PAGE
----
COLYN DAVIES has been singing and acting since 1943 when he toured England as a chorister in the musical comedy The Count of Luxemburg. Prior to his interest in ballad reciting and singing, he worked as an actor in various repertory theatre companies for several years. Included among the plays in which he performed were Strindberg's The Father, Shaw's Man and Superman, and various Shakespearian plays, including Hamlet, Macbeth, and The Merchant of Venice. In 1947, after having spent several months in bed with a bad case of pleurisy, he turned to reciting and singing ballads as a sideline to acting. In order to spend as much free time as he could at the British Museum, mulling over their vast collection of ballads, he took odd jobs to pay his living expenses. When he had learned a sufficient number of ballads, from both printed and oral sources, he began to perform them in cabarets, theatre clubs, and at parties. During the winter of 1950-51, he performed at various clubs in Paris, including "Frisco's", "Bar Vert", and "L'Abbaye". He then returned to London to continue the search for more music hall ballads. He has since performed on TV, given performances for troops, worked as Entertainment Director for the USAF in West Draylon, England, appeared at the "Players Theatre", "Torch Theatre Club", "Irving Theatre" and in several British films. Though his main source for material has been the British Museum, he has not neglected oral tradition. Of this, he writes "Swapping old songs is giving gold for gold. I try to give as good as I get."
Sleeve Notes (Excerpts)
The English music hall is an institution for mass entertainment of long standing, yet, to my knowledge, ot the many thousands of albums of all forms of musical entertainment, this is the first attempt at recording a representative sampling of music hall material. It is difficult to understand the reason for such an omission for the music hall is not an archaic institution, but is a still living tradition. To be sure, music hall entertainment has undergone vast changes in the more than 100 years since its inception. The English music hall of today is not unlike the burlesque show (but with far less emphasis on sex), or the vaudeville program of the American stage. Perhaps only 30 per cent of the entertainment is musical or poetic, whereas the 19th century and early 20th century music hall program might contain as much as 70 or 80 percent of such material. This album is an attempt to familiarize the record-buying public with typical songs and recitations performed in the English music halls of the latter part of the last century and the beginning of this century.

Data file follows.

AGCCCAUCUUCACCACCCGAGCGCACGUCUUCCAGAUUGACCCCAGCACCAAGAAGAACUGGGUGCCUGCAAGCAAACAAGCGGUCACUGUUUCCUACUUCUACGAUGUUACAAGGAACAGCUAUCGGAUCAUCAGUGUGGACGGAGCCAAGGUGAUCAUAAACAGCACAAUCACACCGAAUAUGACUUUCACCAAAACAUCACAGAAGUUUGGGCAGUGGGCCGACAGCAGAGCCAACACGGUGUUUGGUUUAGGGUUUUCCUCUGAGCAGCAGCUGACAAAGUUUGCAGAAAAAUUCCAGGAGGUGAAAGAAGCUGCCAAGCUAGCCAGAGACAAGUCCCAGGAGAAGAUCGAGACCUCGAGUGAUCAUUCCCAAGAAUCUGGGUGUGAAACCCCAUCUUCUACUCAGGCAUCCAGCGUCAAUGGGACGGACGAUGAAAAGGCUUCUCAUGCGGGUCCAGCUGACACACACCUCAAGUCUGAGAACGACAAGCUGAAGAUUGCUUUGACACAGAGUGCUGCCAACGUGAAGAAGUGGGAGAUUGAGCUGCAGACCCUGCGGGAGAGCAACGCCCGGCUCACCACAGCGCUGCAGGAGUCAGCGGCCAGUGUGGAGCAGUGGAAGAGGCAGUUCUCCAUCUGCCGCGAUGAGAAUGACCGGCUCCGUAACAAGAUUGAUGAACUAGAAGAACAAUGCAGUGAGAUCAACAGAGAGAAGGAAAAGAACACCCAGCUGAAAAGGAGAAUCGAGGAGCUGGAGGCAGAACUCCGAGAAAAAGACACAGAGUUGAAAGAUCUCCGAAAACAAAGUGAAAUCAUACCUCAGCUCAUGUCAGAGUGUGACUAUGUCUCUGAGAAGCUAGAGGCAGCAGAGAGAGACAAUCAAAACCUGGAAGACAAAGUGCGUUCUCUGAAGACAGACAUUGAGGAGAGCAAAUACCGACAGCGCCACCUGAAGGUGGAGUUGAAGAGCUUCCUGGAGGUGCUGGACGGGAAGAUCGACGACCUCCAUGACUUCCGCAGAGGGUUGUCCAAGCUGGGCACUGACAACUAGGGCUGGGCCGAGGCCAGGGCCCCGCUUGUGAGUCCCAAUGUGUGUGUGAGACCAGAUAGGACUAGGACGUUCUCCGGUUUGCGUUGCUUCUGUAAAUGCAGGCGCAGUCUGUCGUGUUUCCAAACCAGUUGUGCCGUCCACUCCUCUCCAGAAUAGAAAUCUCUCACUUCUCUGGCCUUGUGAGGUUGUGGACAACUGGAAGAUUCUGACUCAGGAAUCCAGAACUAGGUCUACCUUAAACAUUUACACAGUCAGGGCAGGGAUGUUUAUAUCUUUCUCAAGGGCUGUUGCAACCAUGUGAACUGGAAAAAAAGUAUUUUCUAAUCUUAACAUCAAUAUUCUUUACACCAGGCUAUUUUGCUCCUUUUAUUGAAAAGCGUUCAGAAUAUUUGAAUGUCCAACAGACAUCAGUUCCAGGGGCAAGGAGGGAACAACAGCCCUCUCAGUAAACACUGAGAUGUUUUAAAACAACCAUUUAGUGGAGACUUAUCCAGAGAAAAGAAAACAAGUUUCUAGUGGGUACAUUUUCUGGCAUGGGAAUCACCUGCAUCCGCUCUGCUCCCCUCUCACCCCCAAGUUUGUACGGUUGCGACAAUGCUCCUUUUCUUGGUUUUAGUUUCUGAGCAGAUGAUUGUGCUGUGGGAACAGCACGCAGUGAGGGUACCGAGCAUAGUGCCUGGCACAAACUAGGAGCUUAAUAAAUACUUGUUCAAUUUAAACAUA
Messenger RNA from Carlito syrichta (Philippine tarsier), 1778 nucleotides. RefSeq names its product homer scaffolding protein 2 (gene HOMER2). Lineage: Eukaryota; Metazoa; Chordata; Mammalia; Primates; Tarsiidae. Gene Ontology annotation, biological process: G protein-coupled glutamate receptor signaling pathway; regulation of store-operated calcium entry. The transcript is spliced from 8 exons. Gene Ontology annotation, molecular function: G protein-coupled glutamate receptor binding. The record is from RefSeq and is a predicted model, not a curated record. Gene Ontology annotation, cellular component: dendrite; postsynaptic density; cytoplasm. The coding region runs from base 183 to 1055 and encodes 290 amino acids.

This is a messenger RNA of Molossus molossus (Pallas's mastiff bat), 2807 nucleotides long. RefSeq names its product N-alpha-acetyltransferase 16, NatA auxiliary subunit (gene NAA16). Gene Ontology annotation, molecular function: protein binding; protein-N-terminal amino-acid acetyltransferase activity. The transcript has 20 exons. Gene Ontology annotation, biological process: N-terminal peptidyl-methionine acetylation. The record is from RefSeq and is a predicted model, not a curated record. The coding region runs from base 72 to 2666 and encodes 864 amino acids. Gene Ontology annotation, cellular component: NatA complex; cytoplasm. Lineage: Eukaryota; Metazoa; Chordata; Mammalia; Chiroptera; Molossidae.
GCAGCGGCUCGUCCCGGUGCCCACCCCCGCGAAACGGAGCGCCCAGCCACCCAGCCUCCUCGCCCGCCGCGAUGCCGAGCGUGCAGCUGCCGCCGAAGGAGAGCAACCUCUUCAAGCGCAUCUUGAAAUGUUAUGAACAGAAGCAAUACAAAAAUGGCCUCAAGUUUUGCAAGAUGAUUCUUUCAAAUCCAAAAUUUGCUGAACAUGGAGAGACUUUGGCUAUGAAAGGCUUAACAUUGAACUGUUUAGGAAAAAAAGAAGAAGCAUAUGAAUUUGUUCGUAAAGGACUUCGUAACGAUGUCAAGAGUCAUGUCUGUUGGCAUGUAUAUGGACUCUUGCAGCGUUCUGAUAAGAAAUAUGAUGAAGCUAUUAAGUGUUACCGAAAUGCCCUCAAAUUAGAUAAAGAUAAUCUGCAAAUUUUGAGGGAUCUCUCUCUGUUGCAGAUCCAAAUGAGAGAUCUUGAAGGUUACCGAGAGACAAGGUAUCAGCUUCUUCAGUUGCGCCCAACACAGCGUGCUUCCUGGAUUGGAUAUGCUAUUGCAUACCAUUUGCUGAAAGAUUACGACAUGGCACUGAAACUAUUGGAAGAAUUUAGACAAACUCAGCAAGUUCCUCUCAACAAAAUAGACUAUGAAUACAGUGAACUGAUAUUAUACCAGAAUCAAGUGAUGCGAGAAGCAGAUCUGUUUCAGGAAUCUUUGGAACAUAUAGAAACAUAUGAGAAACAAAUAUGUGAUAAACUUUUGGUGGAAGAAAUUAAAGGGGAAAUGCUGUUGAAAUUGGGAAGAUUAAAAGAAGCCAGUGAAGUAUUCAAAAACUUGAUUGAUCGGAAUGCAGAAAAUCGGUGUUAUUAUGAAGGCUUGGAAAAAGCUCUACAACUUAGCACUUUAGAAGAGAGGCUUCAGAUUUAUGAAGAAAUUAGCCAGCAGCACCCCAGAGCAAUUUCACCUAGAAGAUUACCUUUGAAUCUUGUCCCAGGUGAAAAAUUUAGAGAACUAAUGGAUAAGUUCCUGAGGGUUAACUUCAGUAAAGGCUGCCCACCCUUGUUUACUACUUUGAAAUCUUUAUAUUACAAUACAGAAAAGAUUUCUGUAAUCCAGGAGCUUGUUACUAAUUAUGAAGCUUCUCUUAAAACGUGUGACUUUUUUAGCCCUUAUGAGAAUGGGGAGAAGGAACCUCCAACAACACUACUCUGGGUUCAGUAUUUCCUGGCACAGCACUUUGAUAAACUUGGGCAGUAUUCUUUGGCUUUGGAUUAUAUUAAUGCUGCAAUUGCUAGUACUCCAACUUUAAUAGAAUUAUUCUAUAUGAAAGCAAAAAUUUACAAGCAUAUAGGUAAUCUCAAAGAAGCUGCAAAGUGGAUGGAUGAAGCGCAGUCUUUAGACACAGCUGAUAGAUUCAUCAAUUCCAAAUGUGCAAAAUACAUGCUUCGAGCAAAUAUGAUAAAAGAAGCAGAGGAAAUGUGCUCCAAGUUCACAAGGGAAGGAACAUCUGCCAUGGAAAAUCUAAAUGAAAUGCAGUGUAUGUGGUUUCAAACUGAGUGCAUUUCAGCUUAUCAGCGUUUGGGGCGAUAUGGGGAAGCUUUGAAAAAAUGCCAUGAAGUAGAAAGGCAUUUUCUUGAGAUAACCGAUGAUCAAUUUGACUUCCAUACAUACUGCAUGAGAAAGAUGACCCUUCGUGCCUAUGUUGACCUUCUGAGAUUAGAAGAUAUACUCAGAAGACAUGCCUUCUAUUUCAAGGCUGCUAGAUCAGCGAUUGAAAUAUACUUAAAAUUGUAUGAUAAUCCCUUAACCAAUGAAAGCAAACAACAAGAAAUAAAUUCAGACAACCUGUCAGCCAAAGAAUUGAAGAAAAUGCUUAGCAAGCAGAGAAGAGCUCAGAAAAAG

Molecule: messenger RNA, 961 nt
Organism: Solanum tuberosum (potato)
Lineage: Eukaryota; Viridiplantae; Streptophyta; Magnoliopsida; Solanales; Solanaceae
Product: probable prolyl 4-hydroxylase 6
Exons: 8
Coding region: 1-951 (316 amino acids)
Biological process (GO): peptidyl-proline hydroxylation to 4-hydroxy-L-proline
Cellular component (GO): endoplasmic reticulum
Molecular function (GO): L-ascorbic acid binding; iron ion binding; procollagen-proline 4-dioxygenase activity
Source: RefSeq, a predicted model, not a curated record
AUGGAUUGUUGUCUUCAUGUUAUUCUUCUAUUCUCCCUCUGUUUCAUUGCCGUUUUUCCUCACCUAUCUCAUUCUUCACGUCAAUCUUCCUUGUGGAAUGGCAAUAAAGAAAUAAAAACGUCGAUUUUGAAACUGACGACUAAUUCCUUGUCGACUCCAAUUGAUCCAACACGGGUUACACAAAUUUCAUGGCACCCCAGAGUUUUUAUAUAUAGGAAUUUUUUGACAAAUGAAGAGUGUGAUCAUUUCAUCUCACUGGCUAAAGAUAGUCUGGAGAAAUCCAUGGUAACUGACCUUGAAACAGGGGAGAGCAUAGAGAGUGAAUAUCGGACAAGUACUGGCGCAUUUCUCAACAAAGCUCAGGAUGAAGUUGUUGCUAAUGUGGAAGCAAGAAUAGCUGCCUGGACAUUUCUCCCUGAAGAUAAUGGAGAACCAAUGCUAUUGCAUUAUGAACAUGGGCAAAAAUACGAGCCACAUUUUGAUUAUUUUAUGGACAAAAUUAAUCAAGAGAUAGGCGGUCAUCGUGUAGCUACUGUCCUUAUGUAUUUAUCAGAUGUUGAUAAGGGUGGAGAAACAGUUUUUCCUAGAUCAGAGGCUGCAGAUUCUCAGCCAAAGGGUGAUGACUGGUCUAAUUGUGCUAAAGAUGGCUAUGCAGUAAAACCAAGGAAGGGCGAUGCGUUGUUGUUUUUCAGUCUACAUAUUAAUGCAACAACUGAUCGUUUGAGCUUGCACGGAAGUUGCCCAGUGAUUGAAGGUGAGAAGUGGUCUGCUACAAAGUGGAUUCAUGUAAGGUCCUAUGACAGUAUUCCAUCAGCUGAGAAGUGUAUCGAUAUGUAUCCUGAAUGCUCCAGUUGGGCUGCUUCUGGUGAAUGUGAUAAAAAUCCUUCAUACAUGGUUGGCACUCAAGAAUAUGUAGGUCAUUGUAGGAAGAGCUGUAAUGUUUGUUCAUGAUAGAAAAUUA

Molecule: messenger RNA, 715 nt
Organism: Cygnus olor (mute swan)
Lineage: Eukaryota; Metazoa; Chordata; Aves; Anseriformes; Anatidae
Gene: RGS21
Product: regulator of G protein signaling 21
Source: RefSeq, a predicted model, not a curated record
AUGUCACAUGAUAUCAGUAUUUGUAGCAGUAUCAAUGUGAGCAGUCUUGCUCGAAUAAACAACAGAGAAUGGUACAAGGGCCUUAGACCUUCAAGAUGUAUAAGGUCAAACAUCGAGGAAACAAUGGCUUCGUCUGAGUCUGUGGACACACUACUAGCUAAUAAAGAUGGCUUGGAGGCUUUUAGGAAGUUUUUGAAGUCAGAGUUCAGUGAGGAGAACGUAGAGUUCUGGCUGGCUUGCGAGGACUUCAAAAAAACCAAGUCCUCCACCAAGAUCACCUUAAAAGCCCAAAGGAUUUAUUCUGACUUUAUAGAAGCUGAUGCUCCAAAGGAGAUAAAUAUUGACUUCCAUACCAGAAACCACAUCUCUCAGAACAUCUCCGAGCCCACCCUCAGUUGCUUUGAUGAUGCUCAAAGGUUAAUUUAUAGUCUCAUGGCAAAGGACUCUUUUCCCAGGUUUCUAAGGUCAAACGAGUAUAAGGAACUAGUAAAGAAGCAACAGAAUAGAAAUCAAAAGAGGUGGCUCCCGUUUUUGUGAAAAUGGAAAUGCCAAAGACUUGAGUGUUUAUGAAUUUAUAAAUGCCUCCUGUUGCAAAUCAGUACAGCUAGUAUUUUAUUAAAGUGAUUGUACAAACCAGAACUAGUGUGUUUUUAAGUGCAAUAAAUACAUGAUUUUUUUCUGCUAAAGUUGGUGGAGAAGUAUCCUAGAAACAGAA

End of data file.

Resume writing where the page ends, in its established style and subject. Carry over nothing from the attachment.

The first music hall, as such, was built in 1848. The great popularity of this theatre, The Canterbury Music Hall, soon led to the building of new variety theatres, and ultimately to the boom of the sixties. By 1870, London was able to boast of more than 20 such music halls. This boom led to a tremendous demand for entertainers. Singers and comedians of the old assembly rooms were joined by converts from the "legitimate stage", the concert hall, the fair-ground and the public houses. Still there was a shortage and it became necessary to draw increasingly upon the talent of native Londoners, in this way, the London music hall became primarily a place of entertainment for Cockneys, performed largely by Cockneys. Cockney entertainment was not, however, restricted to London, but soon became the vogue in music halls which sprang up in large urban communities all over Britain, and from thence to any and every place the Britisher settled — America, Australia, and other parts of the British Commonwealth of nations.
Only a few of the selections in this album are performed in authentic Cockney dialect, but all are typical English music hall numbers. These songs and recitations are truly examples of urban English folklore. Children and adults sing them and recite them when they are most at ease — in their homes, on the streets, or at the local pub. And street "buskers" have performed many of these same numbers before lines of Britishers queued to make purchases or waiting to buy tickets outside some theatre. These songs form part of a vital tradition which no amount of schoolmaster criticism or modern snobbery have exorcised from British folk culture. In them are found the elements of satire, humor and sentiment which people the world over have enjoyed for centuries.
Notes by KENNETH S. GOLDSTEIN